Diversity and inclusivity beyond the ivory tower: let’s “make it happen”...together!
On 22 November 2018, I attended what I find to be a vital discussion on turning EUR into a more inclusive institution. The fully booked seminar “Creating an Inclusive University” was held at the Erasmus Pavilion. The event opened with an inspiring speech given by Rector Magnificus Prof. Rutger Engels who promised to take concrete steps towards diversity and inclusivity. Chief Diversity Officer Prof. Semiha Denktas also addressed the audience and provided an important vision for inclusivity at the level of our University and beyond. Keynote of the seminar, Prof. Curt Rice, elaborated on the “anecdata” (not scientifically backed anecdote-influenced information) that surrounds the topic of diversity and inclusivity and advocated for a scientifically-supported approach to the process. These presentations and a consequent panel discussion with inputs from the audience inspired me to write this post and share my own thoughts on the topic that has been a personal issue for as long as I can remember.
Public Sphere is a key element in crafting solutions
The concept of public sphere implies “a realm of our social life in which something approaching public opinion can be formed” and where “access is guaranteed to all citizens” (Habermas, Lennox, & Lennox, 1964, p. 49). This public opinion should then, ideally, inform policy. Political actions to counter xenophobia, social, institutional and other inequalities are of dire relevance and importance globally. Fundamental problems arise when political will is not being informed and shaped by a diversity of voices. We can narrow down this political will to the level of a given country, a city, or a university. I would argue that the dynamic between these levels is mutually-influential, as the vision and action at the top are as important as the vision and action coming from all the lateral components of the society. In order to form a more informed understanding of true challenges to diversity and inclusivity, we need to get to know each other and collectively craft solutions. We need public sphere. As social boundaries and structural barriers continue to be omnipresent, bridges constructed within the university cannot function in isolation from the outside world. In order to “make it happen,” steps towards inclusivity and diversity must indeed reach beyond the academic institution. This implies a complexity of nuances that stretch across gender, ethnicity, religious confessions and lack thereof, nationality, economic background, social status, sexuality, age, health, linguistics, life experiences, etc., etc., etc. I know I am missing more elements, but the point is not to list them all here, the point is to spotlight the multitude and diversity of issues that can only be tackled with the help of the multitude and diversity of voices.
The first bridge
Amid the ongoing search for solutions, I would like to zoom in on one important programme that is already in action. The aim here is not to be in denial about the fundamental problems with diversity and inclusivity. On the contrary, the objective is to spotlight one of the current initiatives with the hope for more solutions.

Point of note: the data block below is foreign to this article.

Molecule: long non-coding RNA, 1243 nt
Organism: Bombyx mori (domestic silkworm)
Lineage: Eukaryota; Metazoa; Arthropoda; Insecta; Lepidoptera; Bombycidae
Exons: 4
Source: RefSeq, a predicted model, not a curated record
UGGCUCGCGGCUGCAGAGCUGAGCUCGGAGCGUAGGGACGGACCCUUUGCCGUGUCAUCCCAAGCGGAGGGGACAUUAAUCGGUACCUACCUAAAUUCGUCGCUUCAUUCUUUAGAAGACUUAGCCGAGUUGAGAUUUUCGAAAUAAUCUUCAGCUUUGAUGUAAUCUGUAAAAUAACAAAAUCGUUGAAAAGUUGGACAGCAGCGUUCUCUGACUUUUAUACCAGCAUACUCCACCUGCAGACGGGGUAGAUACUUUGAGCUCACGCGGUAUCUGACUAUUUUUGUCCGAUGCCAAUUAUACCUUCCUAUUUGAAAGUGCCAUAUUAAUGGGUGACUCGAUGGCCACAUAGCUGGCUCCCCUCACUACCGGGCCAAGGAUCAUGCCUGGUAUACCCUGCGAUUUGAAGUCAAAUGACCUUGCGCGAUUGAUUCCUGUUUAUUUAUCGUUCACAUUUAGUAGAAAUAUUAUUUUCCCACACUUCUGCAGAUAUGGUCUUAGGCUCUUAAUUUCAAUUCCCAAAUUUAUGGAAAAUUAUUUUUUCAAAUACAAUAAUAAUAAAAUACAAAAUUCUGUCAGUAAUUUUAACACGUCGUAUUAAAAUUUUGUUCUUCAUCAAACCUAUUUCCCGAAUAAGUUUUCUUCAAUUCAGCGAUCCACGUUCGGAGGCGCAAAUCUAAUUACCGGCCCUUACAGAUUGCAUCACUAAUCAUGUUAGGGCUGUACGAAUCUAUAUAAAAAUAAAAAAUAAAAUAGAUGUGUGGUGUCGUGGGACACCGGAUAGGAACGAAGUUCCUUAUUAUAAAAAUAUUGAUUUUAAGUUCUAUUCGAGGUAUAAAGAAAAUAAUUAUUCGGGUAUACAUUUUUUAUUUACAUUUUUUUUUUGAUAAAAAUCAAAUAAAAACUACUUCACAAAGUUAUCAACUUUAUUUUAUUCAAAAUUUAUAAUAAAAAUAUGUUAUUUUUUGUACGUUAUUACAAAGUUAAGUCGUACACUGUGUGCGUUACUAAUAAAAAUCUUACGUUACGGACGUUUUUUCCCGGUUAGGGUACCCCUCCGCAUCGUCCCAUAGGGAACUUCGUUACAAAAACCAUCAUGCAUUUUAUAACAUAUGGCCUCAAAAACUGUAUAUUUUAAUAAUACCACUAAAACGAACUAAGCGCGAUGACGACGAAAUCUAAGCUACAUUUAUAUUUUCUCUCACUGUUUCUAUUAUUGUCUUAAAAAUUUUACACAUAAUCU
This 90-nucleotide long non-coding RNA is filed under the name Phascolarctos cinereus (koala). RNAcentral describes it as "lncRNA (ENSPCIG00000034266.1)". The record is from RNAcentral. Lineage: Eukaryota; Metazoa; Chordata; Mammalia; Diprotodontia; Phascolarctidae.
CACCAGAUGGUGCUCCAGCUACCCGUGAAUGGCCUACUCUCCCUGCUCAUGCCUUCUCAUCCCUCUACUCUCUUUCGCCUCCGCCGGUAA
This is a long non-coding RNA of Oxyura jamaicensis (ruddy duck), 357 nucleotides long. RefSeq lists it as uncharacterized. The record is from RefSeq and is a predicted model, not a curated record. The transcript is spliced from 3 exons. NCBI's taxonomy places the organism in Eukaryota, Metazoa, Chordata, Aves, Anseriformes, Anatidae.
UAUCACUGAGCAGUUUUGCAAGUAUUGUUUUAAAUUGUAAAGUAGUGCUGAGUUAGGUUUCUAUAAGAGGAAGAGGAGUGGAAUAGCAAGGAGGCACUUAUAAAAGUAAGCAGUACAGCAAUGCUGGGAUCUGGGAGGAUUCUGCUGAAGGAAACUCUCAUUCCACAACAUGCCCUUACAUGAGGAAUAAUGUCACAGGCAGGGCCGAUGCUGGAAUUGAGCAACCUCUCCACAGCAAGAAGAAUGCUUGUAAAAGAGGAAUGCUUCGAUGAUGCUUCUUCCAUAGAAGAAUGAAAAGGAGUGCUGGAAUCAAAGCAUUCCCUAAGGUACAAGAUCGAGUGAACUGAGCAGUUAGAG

This November I had an incredible opportunity to work with refugee students at our University as part of the Erasmus Preparatory Year. The programme prepares refugee students for the pursuit of higher education. I find this to be a true example of a logical action that reaches the community beyond campus. My contribution was rather humble and implied a workshop-type session on social media in the context of its harms and benefits. Yet, even one session was an incredibly rewarding experience for me for several reasons. When I learned about this programme I felt proud of our University. It is a gratifying feeling to be part of the institution that thinks beyond the ivory tower. In the workshop, I learned as much from the students as I hope they have learned from me. While pursuing my master’s degree, I studied media framing of refugees amid the so-called “European migration crisis,” and was devastated by the disturbing political manipulation and populist sentiments which were aided by too many media outlets globally. However, I did not know any refugees in Europe personally. My compassion was abstract, it was constructed at a distance...
Holding a session with refugee students and addressing fake news, and positive/negative aspects of visibility granted by social media platforms was an amazing experience. Many of these students had personal experiences with media manipulation. We had the chance to collectively address these phenomena and critically assess the role of traditional and new media in influencing public opinion. Most importantly, we connected. We shared. We informed and influenced each other. Erasmus university enabled the time and space where a PhD Candidate from Uzbekistan, working in the Netherlands on the topic of vigilant citizens in Russia, had the opportunity to connect with students from Afghanistan, Iraq, Syria, Turkey, and together address global media trends. To me, this was a true resemblance of the public sphere.
Habermas, J., Lennox, S., & Lennox, F. (1974). The public sphere: An encyclopedia article (1964). New German Critique, 3(3), 49-49. doi:10.2307/487737
Rashid Gabdulhakov is a PhD Candidate at the Department of Media and Communication of Erasmus School of History Culture and Communication. Supervised by Dr. Daniel Trottier and Professor Susanne Janssen, Rashid is investigating vigilant behavior in digital space as part of the ‘Digital Vigilantism: Mapping the terrain and assessing societal impact’ Project funded by the Netherlands Organisation for Scientific Research (NWO).